Efficacy and Safety of a Glargine-based Hospital Discharge Algorithm in Coronary Artery Bypass Graft (CABG) Patients (CABG-D/C)

This study has been completed.
Sponsor:
Information provided by (Responsible Party):
Guillermo Umpierrez, Emory University
ClinicalTrials.gov Identifier:
NCT01792830
First received: August 14, 2012
Last updated: September 29, 2015
Last verified: September 2015

August 14, 2012
September 29, 2015
October 2012
February 2014   (final data collection date for primary outcome measure)
Efficacy, Measured by a Change in HbA1c Levels [ Time Frame: Hospital discharge, 1 month ] [ Designated as safety issue: No ]
Change in the level of HbA1c in a 1 month period after discharge from the hospital. The A1c test result is reported as a percentage. Higher percentages indicate higher blood glucose levels in the previous three months. A normal HbA1c level is below 5.7 percent.
  • blood glucose [ Time Frame: during 3 months following hospitalization ] [ Designated as safety issue: No ]
    Change in daily mean fasting blood glucose and premeal blood glucose in a 3 month period after discharge from the hospital
  • hemoglobin A1c [ Time Frame: during 3 months following hospitalization ] [ Designated as safety issue: No ]
    Change in daily mean blood glucose in a 3 month period after discharge from the hospital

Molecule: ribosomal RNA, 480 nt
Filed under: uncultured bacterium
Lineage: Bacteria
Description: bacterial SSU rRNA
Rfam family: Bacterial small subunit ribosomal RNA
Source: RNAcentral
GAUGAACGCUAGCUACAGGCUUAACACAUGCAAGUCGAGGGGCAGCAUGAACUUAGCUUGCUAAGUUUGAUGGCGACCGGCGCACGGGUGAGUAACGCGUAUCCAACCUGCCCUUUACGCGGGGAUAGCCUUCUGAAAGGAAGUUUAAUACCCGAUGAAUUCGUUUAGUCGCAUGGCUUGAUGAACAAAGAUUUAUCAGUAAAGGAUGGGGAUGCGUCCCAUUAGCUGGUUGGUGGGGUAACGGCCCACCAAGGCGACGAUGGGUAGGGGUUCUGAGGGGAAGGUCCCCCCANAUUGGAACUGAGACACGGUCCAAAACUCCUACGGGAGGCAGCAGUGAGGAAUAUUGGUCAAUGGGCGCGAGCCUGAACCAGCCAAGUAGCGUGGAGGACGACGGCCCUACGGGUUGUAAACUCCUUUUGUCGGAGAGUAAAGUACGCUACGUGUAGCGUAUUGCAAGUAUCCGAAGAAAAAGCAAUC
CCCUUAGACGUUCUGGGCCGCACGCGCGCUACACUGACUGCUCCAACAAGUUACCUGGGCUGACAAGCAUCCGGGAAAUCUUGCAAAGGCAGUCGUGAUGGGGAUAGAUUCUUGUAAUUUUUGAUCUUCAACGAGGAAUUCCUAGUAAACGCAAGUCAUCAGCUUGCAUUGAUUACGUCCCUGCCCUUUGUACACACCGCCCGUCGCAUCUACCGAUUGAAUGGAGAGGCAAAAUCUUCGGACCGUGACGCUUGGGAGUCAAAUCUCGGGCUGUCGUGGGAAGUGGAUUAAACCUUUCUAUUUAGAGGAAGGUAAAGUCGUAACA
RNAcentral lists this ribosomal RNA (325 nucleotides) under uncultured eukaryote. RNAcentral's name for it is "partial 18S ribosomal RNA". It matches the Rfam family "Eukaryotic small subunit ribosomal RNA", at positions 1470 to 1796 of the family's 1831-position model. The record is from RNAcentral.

Complete list of historical versions of study NCT01792830 on ClinicalTrials.gov Archive Site
  • Readmission Rate to the Hospital [ Time Frame: 3 months after discharge ] [ Designated as safety issue: No ]
    Number of subjects that were readmitted to the hospital 3 months after discharge
  • Hypoglycemic Events [ Time Frame: 3 months after discharge ] [ Designated as safety issue: No ]
    Number of subjects that experienced hypoglycemia, defined as blood glucose levels ≤70 mg/dl
  • Incidence Rates for Post-operative Complications [ Time Frame: 3 months after discharge ] [ Designated as safety issue: No ]
    Number of complications including infections, wound infections, readmissions
  • Severe Hypoglycemic Events [ Time Frame: 3 months after discharge ] [ Designated as safety issue: No ]
    Number of subjects that experienced severe hypoglycemia, defined as blood glucose levels ≤ 40 mg/dl
  • Hyperglycemic Events [ Time Frame: 3 months after discharge ] [ Designated as safety issue: No ]
    Number of subjects that experienced hyperglycemia, defined as blood glucose levels ≥ 140 mg/dl
  • hypoglycemia [ Time Frame: during 3 months after hospitalization ] [ Designated as safety issue: Yes ]